Craniosacral Therapy — Whiplash Injuries


Many activities can cause whiplash injuries.

We generally associate whiplash injuries with motor vehicle accidents (MVA).  However, these injuries can be caused by most sports, as well as by falling forward and breaking your fall, being pushed from behind unexpectedly, reeling backward after bumping into something, tripping over a rock, slipping on the ice, riding in the car, riding on the bus (stop and go of the bus), and so on.

Let’s not forget fun activities, such as bungee jumping, backflips into the pool, or roller coaster rides at the local fair.  Thus, whiplash injuries can be minor (mini whiplashes), as riding the bus every day, or major, as in car accidents.

Whiplash injuries can have short and long term effects.

The name “whiplash” implies a whip like action/force anywhere on your spine resulting in many injuries.  Many are minor and heal quickly.  Others are more serious and may never truly heal.

They keep haunting you in the form of unexplained headaches, digestive distress, aches and pain in the joints, muscles, and tendons, general dis-ease, irritability, and may develop into generalized muscle pain, osteoarthritis, and stiffness of the joints and tissues.

The spine’s many joints make it very vulnerable to injury.

spine, side view  

The spine consists of 24 vertebrae (7 cervical, 12 thoracic, and 5 lumbar) plus the sacrum and the coccyx, all connected to each other, like a chain, via synovial joints that allow the spine to bend forward, backward, sideways, as well as rotate to some degree.

The spine responds to trauma of any kind by bending, twisting, subluxating (misalignment of the vertebrae), or locking up.  Often, there is damage (compression, rupture, slippage) to the intervertebral discs that act as shock absorbers.  Due to the interaction between the many muscles of the spine, trauma will most likely result in all three actions, not only at the point of injury but anywhere up or down the spine.

Whiplash injuries can seriously harm the brain.

Often overlooked is another form of injury, contrecoup injury, that often results from the whiplash event.  In this scenario, the whiplike action of the spine jostles the brain inside the skull, so that it hits the inside of the skull in various places, depending on the trajectory of the force.

This type of trauma is quite common in car accidents.  Certain sports, such as football, soccer (heading the ball), and boxing have a high rate of head trauma with possible contrecoup injuries.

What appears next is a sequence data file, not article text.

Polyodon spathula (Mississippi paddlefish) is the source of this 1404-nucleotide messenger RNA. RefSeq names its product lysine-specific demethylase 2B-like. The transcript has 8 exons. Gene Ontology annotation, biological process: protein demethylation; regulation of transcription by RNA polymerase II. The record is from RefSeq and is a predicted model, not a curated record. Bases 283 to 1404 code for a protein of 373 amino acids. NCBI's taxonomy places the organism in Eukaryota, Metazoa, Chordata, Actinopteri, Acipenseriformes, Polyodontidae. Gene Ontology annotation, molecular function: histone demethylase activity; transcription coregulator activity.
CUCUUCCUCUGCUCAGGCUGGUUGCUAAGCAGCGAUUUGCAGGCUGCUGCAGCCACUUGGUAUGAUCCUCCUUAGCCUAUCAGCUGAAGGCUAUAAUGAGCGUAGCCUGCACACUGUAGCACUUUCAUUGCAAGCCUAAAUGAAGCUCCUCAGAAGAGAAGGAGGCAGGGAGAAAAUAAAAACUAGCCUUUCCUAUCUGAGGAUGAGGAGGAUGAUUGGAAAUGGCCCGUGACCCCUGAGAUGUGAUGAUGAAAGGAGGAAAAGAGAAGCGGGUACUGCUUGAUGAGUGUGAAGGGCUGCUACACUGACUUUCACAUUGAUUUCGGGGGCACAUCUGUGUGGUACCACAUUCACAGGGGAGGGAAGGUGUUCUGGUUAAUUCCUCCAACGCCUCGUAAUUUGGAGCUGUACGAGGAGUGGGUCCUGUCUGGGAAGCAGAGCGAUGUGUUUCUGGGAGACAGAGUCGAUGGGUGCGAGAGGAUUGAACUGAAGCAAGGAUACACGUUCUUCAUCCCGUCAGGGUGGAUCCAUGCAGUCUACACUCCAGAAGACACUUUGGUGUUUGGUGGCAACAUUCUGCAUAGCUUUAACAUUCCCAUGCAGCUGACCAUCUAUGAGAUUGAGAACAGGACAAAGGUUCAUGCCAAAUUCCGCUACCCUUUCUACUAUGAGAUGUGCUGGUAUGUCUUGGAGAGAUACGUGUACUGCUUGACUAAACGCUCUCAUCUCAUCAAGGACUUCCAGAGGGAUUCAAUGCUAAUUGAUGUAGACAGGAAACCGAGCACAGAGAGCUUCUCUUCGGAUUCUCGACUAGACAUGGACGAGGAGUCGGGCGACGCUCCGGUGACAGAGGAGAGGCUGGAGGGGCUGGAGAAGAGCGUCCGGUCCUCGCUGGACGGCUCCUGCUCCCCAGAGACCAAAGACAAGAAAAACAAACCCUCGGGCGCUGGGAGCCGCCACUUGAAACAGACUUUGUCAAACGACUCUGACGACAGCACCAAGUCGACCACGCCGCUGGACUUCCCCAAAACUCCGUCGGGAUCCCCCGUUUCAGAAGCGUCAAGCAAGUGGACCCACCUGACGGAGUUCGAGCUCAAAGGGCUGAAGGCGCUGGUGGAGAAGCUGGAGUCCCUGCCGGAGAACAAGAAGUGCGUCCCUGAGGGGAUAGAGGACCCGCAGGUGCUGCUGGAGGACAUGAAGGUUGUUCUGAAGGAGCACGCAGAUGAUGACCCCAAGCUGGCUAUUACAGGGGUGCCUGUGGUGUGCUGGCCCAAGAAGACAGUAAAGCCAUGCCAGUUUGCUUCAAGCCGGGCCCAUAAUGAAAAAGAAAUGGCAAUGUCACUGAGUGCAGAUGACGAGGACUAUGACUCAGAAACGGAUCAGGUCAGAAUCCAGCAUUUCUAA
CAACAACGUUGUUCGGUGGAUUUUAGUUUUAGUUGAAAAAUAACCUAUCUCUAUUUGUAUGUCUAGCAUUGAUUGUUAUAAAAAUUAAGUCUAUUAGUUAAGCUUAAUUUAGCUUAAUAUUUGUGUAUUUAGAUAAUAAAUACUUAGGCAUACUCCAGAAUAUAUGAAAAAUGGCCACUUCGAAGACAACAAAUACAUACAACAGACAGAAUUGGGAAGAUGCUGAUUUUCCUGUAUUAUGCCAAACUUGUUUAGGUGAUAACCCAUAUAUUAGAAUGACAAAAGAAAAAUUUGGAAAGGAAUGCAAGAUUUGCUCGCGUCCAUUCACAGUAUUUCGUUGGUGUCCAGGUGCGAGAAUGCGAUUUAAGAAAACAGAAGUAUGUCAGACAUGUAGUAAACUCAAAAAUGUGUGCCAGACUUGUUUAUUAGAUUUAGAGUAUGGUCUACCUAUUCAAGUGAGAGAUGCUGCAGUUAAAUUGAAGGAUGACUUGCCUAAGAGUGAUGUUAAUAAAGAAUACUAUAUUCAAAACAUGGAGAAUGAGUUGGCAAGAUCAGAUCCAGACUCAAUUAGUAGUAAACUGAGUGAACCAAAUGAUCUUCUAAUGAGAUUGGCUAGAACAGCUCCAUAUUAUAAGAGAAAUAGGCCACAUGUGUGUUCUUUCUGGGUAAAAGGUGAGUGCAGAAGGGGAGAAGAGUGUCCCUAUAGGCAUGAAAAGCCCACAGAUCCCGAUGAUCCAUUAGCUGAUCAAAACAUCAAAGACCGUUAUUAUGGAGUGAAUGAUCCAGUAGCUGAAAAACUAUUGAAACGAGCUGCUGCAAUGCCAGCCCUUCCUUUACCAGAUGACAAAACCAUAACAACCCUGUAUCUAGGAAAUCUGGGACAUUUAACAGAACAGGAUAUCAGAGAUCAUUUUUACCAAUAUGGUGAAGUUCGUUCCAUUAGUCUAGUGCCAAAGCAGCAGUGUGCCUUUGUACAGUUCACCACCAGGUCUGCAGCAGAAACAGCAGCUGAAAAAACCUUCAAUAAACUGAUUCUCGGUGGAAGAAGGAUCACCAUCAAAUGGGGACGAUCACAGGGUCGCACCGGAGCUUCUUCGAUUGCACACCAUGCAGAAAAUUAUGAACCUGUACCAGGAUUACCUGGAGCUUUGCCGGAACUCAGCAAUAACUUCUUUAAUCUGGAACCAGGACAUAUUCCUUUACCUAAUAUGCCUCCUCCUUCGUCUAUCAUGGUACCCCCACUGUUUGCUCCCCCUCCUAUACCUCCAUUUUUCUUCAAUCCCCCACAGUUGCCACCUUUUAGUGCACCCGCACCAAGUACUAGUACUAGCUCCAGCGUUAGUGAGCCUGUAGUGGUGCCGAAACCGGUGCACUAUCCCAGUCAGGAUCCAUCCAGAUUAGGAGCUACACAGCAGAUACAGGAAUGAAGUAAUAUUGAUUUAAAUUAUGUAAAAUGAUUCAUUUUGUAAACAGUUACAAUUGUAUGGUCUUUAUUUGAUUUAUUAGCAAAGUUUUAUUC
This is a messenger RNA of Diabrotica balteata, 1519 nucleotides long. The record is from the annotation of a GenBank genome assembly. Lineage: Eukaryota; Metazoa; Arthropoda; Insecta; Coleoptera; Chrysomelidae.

However, this type of injury can also result from shaking an infant, resulting in various injuries to the brain, referred to as shaken baby syndrome.

Whiplash injuries and contrecoup injuries distort the membranous sac that contain the brain and the spinal cord.

The brain and spinal cord are enveloped as a single unit by a three-layered membrane called meninges.  This membranous sac lines the inside of the skull and attaches to the first two neck vertebrae, as well as the bottom of the sacrum.   Moreover, the cranial nerves and spinal nerves pierce this membrane to travel to all parts of the body.

Hence, any distortion in this membrane caused by whiplash injuries affects nerve function in the brain, the spinal cord, and potentially anywhere in the body.

Whiplash injuries can cause many symptoms besides pain.

These symptoms come in form of headaches, high or low blood pressure, rapid and/or irregular heart beat, nausea, digestive issues, balance issues, vision changes, hormonal imbalance, changes in bowel movements such as diarrhea or constipation, or alternating diarrhea/constipation, difficulty with breathing deeply, loss of stamina, aches and pain anywhere, muscle weakness, tight muscles (hypertonicity), and general discomfort, among others.

Whiplash injuries affect the mind as well, causing mood changes, difficulty with concentration or memory, and irritability, etc.

Craniosacral therapy helps the body to release the distortions in the meninges.

Because Craniosacral Therapy deals with the head, spine, spinal cord, and meninges, it is particularly well suited to support the body in its healing process in a gentle fashion.  Thus, it can be tolerated in the acute stage when many other therapies are not tolerated due to extreme pain.

Craniosacral therapy helps the body to release the tension in the meninges, as well as in the many ligaments that hold together the spine, in a gentle and non-invasive way.

Craniosacral therapy helps the body to recover from older whiplash injuries as well.

Also see Who Benefits From Craniosacral Therapy”.